Agaves: Details, Photos & Varieties

Photos and descriptions of the most popular agave varieties

About Agaves

Agave attenuata, blue formAmong the largest of succulents, agaves are unfazed by harsh sun, high heat and lack of rain. Their statuesque, fountainlike forms lend a sculptural element to any landscape, and contrast beautifully with fine-textured ornamentals. They also make good firebreak plants and security fences.

Growing Conditions

Being indigenous to the New World (the American Southwest, Mexico and Central America), larger agaves store enough moisture to get by on rainfall alone and will thrive in nutrient-poor soils.

Although agaves like water, their roots---like those of most succulents---will rot in waterlogged soil.

With the exception of a few soft-leaved and variegated varieties, agaves want sun---the more the better in all but desert climates. Most are hardy to the mid- to high-20s F, and some go a lot lower.

Pests & Problems

Agave snout weevil is a concern.

Agave Victoria-reginaeSharp points at leaf tips and along leaf edges can make agaves treacherous. I snip about a quarter inch from leaves' needlelike tips with garden shears.

And those scalloped patterns on an agave's leaves? There's nothing wrong with your agave. The patterns are simply "bud imprints" caused by spines and teeth pressing into the flesh of inner leaves before they unfurl.

Containers

Agaves smaller than basketballs make excellent potted plants. Small agaves---there are many exquisite ones---look good displayed one to a pot.

Agave 'Baccarat'

Pruning

When pruning a damaged leaf, keep in mind that a straight-across cut at its midsection may spoil an agave's symmetry. It's best to make two cuts that trim the leaf to a "V" that resembles the leaf's natural tip. Or cut it all the way to the trunk.

Propagation

Large agaves that pup (not all do) can be thugs. They'll grow and spread rapidly, especially when given good soil and regular irrigation.

Agave americana with pupsOne of the most widely grown is A. americana (century plant), because it offsets so prolifically (free plants!) and needs no care at all...until those pups start to get big and form an unruly, ever-expanding colony.

See the Resources section of this page for some great alternatives to A. americana that don't spread quite as enthusiastically.

All about agavesAll but a few agaves are monocarpic, meaning they bloom once and then die. This may take as many as 25 years, but it will happen.

As it completes its life cycle, a mature rosette that has graced a garden for years sends up an asparagus-like flower stalk (most, but not all, branch).

This dwarfs the plant and saps its energy until it eventually collapses and dies.

Some of the larger flower stalks are so thick and strong that they need to be cut apart with a chainsaw to remove them.

Agave americana post-bloom with pupsFlowers along the stalk eventually turn into miniplants (bulbils) or seed capsules from which new agaves can be grown.

Only the individual agave that flowers dies. In some cases---notably with those involving Agave americana---a litter of pups will carry on.

Resources

Videos

What You MUST Know About Century Plants (Agave americana) - Why this plant is both terrific and terrible

Six Great Agaves for Your Garden - Fantastic (and better) alternatives to Agave americana

Agave guiengola (with Kelly Griffin) - The gentle giant of succulents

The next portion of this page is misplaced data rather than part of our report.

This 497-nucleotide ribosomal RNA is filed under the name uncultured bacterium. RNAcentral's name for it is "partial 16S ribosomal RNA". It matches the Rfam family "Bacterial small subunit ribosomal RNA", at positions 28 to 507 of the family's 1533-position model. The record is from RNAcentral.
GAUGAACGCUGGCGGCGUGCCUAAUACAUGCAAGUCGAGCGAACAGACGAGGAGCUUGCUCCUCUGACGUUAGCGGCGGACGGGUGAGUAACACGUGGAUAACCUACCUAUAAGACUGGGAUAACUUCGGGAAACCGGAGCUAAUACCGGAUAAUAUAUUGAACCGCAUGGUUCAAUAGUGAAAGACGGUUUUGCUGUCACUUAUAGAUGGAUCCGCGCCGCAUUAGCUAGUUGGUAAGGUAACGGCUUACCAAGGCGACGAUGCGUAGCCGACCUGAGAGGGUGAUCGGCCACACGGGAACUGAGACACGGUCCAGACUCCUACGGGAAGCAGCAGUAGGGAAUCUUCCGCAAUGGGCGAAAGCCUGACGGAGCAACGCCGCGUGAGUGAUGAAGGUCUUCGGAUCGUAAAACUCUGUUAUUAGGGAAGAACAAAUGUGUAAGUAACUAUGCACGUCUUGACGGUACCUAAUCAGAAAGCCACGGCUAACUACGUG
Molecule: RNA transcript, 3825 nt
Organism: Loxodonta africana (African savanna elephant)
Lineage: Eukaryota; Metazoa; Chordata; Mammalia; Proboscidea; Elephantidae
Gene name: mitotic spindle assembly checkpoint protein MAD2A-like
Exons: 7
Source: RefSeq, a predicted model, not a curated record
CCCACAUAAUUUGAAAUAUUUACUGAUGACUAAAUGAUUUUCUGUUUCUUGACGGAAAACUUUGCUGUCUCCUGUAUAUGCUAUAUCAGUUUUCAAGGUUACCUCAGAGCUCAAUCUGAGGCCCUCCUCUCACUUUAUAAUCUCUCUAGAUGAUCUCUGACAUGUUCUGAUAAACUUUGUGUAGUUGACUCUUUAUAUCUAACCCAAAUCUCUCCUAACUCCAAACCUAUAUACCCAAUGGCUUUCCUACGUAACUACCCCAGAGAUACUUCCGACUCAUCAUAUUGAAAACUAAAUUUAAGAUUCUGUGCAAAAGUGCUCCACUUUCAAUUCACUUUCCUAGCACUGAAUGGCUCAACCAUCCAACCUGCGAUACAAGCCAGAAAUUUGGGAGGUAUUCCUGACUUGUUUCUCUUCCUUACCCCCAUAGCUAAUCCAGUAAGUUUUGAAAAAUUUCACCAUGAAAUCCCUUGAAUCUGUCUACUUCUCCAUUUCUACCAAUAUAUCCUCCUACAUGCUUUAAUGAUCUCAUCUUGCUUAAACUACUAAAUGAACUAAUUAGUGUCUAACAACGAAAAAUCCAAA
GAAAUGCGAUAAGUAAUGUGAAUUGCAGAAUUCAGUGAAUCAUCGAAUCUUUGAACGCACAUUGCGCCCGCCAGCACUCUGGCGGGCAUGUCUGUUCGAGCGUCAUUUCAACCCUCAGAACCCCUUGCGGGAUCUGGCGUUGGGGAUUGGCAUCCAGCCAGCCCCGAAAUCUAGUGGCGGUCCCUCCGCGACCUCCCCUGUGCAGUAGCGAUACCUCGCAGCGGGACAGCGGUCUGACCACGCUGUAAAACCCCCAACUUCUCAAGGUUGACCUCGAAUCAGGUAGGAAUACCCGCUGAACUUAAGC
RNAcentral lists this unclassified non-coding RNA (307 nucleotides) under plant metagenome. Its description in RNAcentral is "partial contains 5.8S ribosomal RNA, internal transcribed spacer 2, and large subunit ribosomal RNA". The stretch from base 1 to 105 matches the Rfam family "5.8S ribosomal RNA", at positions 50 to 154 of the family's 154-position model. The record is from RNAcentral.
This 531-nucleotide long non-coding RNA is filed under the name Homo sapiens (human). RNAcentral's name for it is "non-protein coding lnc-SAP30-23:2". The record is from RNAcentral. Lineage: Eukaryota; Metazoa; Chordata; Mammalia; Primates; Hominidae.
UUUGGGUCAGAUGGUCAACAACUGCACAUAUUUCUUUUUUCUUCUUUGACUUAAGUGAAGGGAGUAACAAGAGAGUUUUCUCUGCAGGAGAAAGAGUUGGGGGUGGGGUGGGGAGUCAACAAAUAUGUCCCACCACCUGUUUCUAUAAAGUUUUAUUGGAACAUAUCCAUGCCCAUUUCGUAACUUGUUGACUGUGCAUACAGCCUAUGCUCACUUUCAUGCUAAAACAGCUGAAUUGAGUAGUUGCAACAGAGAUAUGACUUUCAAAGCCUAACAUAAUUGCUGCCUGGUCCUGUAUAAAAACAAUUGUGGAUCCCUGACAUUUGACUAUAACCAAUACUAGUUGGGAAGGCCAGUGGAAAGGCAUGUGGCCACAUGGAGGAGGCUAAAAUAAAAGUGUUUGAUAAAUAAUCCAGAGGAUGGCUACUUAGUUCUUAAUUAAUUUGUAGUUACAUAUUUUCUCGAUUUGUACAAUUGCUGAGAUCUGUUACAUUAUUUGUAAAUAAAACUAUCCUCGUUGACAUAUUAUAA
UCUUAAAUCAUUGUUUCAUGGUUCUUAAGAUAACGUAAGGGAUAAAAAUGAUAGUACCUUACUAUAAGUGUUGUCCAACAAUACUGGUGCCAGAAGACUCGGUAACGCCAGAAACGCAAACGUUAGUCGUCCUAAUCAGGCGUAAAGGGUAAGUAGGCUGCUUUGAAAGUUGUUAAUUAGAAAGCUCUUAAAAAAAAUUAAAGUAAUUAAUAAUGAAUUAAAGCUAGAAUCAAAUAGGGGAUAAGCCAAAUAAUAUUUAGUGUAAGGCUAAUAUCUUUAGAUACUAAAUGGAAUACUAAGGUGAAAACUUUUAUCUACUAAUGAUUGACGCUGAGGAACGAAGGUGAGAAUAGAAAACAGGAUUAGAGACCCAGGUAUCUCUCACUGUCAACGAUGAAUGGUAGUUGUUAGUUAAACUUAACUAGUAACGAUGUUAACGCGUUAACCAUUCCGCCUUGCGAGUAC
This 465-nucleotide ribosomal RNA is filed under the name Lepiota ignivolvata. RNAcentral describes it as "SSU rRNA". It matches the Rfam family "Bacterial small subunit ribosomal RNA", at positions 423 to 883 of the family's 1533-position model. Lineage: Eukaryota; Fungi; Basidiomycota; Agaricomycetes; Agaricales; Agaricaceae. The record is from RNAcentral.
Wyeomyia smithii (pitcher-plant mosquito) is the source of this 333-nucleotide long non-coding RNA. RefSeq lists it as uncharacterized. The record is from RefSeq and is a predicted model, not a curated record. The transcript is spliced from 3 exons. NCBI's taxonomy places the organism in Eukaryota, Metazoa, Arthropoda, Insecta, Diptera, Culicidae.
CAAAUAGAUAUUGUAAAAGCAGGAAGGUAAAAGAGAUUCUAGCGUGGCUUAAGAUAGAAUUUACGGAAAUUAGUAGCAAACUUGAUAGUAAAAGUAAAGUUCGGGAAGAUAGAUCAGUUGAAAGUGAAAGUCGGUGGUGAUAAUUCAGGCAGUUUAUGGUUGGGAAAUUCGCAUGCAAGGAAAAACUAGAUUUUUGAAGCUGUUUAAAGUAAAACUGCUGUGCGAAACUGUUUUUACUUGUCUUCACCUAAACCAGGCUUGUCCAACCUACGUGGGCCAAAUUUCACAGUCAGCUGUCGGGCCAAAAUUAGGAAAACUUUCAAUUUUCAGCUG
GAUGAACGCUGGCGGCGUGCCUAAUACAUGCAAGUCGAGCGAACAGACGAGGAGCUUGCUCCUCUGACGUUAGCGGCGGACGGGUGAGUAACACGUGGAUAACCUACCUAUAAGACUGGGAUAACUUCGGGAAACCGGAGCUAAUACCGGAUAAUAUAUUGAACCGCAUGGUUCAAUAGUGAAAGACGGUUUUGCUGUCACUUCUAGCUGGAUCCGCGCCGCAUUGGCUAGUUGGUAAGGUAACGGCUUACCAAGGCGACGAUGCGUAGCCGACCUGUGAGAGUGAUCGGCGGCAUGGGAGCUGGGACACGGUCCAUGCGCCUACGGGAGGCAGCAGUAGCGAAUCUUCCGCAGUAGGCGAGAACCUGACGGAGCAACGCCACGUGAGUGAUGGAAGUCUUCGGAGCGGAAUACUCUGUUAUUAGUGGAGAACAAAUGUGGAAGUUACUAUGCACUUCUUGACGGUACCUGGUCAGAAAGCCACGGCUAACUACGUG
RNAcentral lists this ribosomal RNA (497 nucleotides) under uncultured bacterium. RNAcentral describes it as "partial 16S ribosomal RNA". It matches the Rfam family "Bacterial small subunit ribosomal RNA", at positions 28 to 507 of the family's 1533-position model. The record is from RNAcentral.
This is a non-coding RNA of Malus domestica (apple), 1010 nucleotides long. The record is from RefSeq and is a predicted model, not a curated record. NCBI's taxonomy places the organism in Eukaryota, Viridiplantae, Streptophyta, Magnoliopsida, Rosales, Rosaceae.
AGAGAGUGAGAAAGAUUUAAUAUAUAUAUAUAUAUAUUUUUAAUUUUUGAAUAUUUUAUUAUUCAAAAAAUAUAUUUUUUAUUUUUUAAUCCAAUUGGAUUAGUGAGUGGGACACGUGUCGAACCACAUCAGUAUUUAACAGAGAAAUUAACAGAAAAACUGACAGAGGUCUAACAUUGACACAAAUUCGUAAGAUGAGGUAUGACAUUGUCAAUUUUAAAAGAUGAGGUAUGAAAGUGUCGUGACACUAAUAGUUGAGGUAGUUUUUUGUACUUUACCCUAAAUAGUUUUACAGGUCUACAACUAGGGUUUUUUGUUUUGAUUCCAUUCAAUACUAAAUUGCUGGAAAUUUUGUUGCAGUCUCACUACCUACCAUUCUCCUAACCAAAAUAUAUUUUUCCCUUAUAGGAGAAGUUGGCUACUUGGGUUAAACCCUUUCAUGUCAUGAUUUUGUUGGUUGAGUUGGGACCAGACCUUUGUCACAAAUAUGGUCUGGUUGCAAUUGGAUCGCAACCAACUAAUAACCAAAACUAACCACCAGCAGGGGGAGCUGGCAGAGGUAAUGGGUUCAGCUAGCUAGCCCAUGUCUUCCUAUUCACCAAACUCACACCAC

Variegated Agaves (with Kelly Griffin) - Fabulous multi-colored agaves

How to Trim Foxtail Agave (A. attenuata) - This common agave has soft, smooth, nonspiny leaves that are prone to sun scorch in summer and frost burn in winter. Damaged tips collapse and turn white. If this has happened to yours, you'll need to trim them.

 

Books

The content on this page is edited from the intro to Agaves in "Succulents A to Z" in Designing with Succulents (2nd ed.) - see pp. 177-184. The book includes photos and descriptions of significant varieties and shows how to grow and use them beautifully in gardens and landscapes.

 

Succulent Photo Galleries

Aeoniums

Aloes 

Cold-Hardy Succulents

Crassulas 

Echeverias

 

Answers to Your Questions

Q: Mark Ellis wrote:

Morning from Edinburgh, Scotland , could you please give me any tips on over wintering Agave's in countries with cold / wet winters , I don't have a greenhouse , I lost 23 last winter , they were in a plastic greenhouse , all rotted .

A:  Hi Mark — Oh, dear, how disappointed you must be. Basically, the secret to growing any plant anywhere is to replicate its native conditions as much as possible. Agaves are from arid regions with lots of sun and minimal rainfall. Can you grow them in Edinburgh? Sure. You can grow them in the Antarctic…if you want to badly enough and have enough space and money for a climate-controlled greenhouse. I saw agaves flourishing in Montreal…at the Montreal Botanic Garden, in an immense greenhouse. And, for that matter, at Kew. But in private collections? Best to stick with small ones you can keep indoors and give much the same conditions you like yourself. -- Debra Lee Baldwin

Agave Photos

My photos of agaves are identified according to genus and species, and sometimes common names. (I'm not a big fan of common names, which can vary from region to region and grower to grower.)

Use my photos of agaves and other succulents to...

  • Help you learn the names of succulents.
  • Create a Pinterest page of plants you want for your garden.
  • Set as your computer screen's wallpaper.
  • Make a custom greeting card or other work of art.
  • Help you ID what you already have.

I have other pages with photos of succulents by genus (see list at bottom).  If you think I've ID'd these or any plants incorrectly, I definitely want to know. Please leave a comment or email me. Enjoy exploring this marvelous genus! — Debra Lee Baldwin

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